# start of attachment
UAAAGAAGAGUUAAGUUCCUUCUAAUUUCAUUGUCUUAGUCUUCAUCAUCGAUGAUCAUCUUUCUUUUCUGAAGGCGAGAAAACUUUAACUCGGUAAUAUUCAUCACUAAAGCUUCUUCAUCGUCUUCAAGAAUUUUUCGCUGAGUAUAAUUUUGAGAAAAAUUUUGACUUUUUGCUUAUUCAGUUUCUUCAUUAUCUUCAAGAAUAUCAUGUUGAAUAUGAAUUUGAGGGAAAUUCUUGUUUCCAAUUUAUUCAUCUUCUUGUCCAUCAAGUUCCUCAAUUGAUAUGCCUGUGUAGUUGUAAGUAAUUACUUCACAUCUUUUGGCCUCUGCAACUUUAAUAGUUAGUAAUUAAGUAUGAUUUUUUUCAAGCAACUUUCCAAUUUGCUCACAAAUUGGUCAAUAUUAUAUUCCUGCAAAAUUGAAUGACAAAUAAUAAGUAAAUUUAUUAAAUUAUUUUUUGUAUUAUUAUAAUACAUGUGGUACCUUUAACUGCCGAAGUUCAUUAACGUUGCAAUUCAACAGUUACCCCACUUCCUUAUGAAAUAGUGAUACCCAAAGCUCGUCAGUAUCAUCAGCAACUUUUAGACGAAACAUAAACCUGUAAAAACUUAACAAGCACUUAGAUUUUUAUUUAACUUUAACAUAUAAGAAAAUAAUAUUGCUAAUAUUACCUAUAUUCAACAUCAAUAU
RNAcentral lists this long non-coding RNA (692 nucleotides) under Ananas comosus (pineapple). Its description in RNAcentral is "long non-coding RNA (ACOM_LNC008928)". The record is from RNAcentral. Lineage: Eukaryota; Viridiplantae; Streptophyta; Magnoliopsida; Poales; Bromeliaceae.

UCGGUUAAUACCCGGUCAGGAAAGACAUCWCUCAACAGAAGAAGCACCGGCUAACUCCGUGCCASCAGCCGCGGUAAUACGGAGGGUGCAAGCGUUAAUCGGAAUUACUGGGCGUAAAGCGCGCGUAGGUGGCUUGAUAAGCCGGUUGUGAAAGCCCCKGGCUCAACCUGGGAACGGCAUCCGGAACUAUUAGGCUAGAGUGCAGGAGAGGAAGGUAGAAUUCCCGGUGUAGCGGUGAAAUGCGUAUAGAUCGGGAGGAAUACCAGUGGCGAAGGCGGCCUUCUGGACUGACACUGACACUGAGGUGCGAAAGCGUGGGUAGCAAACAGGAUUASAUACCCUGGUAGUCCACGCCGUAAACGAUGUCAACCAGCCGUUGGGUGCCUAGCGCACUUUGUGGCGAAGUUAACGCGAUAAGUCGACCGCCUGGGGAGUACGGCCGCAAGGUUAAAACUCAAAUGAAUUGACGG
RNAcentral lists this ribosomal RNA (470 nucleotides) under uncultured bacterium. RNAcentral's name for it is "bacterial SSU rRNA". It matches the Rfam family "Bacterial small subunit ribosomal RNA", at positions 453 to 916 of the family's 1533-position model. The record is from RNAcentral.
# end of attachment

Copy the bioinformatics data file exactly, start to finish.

UAAAGAAGAGUUAAGUUCCUUCUAAUUUCAUUGUCUUAGUCUUCAUCAUCGAUGAUCAUCUUUCUUUUCUGAAGGCGAGAAAACUUUAACUCGGUAAUAUUCAUCACUAAAGCUUCUUCAUCGUCUUCAAGAAUUUUUCGCUGAGUAUAAUUUUGAGAAAAAUUUUGACUUUUUGCUUAUUCAGUUUCUUCAUUAUCUUCAAGAAUAUCAUGUUGAAUAUGAAUUUGAGGGAAAUUCUUGUUUCCAAUUUAUUCAUCUUCUUGUCCAUCAAGUUCCUCAAUUGAUAUGCCUGUGUAGUUGUAAGUAAUUACUUCACAUCUUUUGGCCUCUGCAACUUUAAUAGUUAGUAAUUAAGUAUGAUUUUUUUCAAGCAACUUUCCAAUUUGCUCACAAAUUGGUCAAUAUUAUAUUCCUGCAAAAUUGAAUGACAAAUAAUAAGUAAAUUUAUUAAAUUAUUUUUUGUAUUAUUAUAAUACAUGUGGUACCUUUAACUGCCGAAGUUCAUUAACGUUGCAAUUCAACAGUUACCCCACUUCCUUAUGAAAUAGUGAUACCCAAAGCUCGUCAGUAUCAUCAGCAACUUUUAGACGAAACAUAAACCUGUAAAAACUUAACAAGCACUUAGAUUUUUAUUUAACUUUAACAUAUAAGAAAAUAAUAUUGCUAAUAUUACCUAUAUUCAACAUCAAUAU
RNAcentral lists this long non-coding RNA (692 nucleotides) under Ananas comosus (pineapple). Its description in RNAcentral is "long non-coding RNA (ACOM_LNC008928)". The record is from RNAcentral. Lineage: Eukaryota; Viridiplantae; Streptophyta; Magnoliopsida; Poales; Bromeliaceae.

UCGGUUAAUACCCGGUCAGGAAAGACAUCWCUCAACAGAAGAAGCACCGGCUAACUCCGUGCCASCAGCCGCGGUAAUACGGAGGGUGCAAGCGUUAAUCGGAAUUACUGGGCGUAAAGCGCGCGUAGGUGGCUUGAUAAGCCGGUUGUGAAAGCCCCKGGCUCAACCUGGGAACGGCAUCCGGAACUAUUAGGCUAGAGUGCAGGAGAGGAAGGUAGAAUUCCCGGUGUAGCGGUGAAAUGCGUAUAGAUCGGGAGGAAUACCAGUGGCGAAGGCGGCCUUCUGGACUGACACUGACACUGAGGUGCGAAAGCGUGGGUAGCAAACAGGAUUASAUACCCUGGUAGUCCACGCCGUAAACGAUGUCAACCAGCCGUUGGGUGCCUAGCGCACUUUGUGGCGAAGUUAACGCGAUAAGUCGACCGCCUGGGGAGUACGGCCGCAAGGUUAAAACUCAAAUGAAUUGACGG
RNAcentral lists this ribosomal RNA (470 nucleotides) under uncultured bacterium. RNAcentral's name for it is "bacterial SSU rRNA". It matches the Rfam family "Bacterial small subunit ribosomal RNA", at positions 453 to 916 of the family's 1533-position model. The record is from RNAcentral.